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Thread: Strange News

  1. #151
    Guest Member S Landreth's Avatar
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    Modigliani's 'Reclining Nude' Sells For $ 170 Million


    A painting by Amedeo Modigliani fetched $170.4 million at an auction Monday, setting a world record for the artist and achieving the second highest price ever garnered for a work of art at auction.

    "Reclining Nude" was sold at Christie's in Manhattan after a protracted bidding battle. Considered one of his best known works, the 1917-1918 painting nearly created a scandal when it was first exhibited in Paris. It depicts an unknown nude model reclining on a crimson couch and blue cushion.

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    Megastructures: seven wonders of the modern world near completion

    Beijing airport


    In the 1980s, British architect Norman Foster revolutionised the airport terminal with Stansted airport. His innovations involved streamlining the systems and machines that make up this most complex of buildings. Now, Zaha Hadid has been brought in to add her magic to Beijing’s Daxing airport, set to be the world’s largest.

    Hong Kong-Zhuhai-Macao Bridge


    The Chinese have been planning to bring Hong Kong, Macau and Zhuhai closer together ever since they took back Hong Kong island in 1999. A new road link under construction combines long bridged sections with cable-stayed spans and an immersed tunnel, the mouths of which are housed on new artificial islands. At 50km long, it’ll take the title of the longest water span in the world.

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    'UFO Clouds' Are Real. Here's How They Happen

    Technically called “lenticular clouds,” the weird phenomenon seen over Cape Town has a simple explanation.


    Meteorologists call them lenticular clouds, which form when strong, moist winds blow over rough terrain, such as mountains or valleys. Picturesque Cape Town is framed by such features, including the 3,500-foot (1,066-meter) Table Mountain.

    As the wind flows over large features it may cool, causing it to condense into disk-shaped clouds that develop perpendicular to the direction of the air flow.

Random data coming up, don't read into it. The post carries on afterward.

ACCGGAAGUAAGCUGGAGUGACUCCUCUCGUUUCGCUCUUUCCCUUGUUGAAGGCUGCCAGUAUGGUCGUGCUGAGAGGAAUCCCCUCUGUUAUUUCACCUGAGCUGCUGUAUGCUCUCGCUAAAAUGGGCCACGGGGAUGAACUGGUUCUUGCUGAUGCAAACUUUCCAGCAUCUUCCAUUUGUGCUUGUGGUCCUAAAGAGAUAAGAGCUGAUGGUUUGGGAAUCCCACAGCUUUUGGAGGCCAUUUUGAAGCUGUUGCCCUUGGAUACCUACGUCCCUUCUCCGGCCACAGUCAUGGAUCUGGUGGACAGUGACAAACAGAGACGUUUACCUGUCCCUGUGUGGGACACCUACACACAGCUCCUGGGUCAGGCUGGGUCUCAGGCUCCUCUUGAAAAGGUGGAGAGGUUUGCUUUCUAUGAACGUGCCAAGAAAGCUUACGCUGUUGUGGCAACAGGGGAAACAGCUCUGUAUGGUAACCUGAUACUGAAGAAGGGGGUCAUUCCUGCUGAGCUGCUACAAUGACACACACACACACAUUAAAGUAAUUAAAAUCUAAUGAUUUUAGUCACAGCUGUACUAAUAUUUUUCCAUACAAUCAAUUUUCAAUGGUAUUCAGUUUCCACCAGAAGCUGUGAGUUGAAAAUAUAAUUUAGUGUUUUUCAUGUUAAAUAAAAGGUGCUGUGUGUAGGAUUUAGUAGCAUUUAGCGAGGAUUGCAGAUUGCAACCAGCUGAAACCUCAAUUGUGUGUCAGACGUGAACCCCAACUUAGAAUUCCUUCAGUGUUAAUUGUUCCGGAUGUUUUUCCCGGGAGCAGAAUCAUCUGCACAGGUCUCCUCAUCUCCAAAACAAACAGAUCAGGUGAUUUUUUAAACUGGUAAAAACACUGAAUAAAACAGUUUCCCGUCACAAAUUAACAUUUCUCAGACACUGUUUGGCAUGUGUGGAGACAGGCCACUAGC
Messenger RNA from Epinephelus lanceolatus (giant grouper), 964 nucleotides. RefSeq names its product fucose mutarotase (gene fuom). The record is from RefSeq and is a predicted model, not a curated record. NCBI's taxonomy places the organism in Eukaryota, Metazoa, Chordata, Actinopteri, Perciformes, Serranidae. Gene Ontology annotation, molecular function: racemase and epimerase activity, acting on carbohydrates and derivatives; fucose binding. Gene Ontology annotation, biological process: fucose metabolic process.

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    What Does Herpes Do To Your Brain?


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    How to: frozen bubbles


    frozen bubble are very fragile creatures, so I’ve (not me) experimented with different recipes to create a durable bubble wall that won’t pop in the slightest breeze; dish soap for the bubbling, corn syrup to thicken the wall and sugar to help crystallization. I let the mixture chill in the freezer to help speed up the freezing once outside:
    - 200ml warm water
    - 35ml corn syrup
    - 35ml dish soap
    - 2tbs sugar
    - chill in the freezer

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    Get rid of cataracts with eye drops, thanks to new research


    Cataract eye surgery may soon become a thing of the past, thanks to new eye drops that promise to “shrink down and dissolve” the protein build-ups that affect around 22 million Americans over the age of 40. The drops are being heralded as a potential game changer for those who live in areas where surgery may not be an option, saving untold numbers from blindness and other cataract-related complications.

    The magic lies with a particular molecule (lanosterol, a naturally-occurring steroid), which when applied in eyedrop form was able to “partially reverse cataracts in mice and restore some transparency in isolated human lenses,” according to Scientific American. Because cataracts are the result of damaged crystallin proteins that misfold and harden into cloudy clumps within the lens of the eye, researchers believe that molecules capable of binding to these proteins will effectively reverse the damaging process.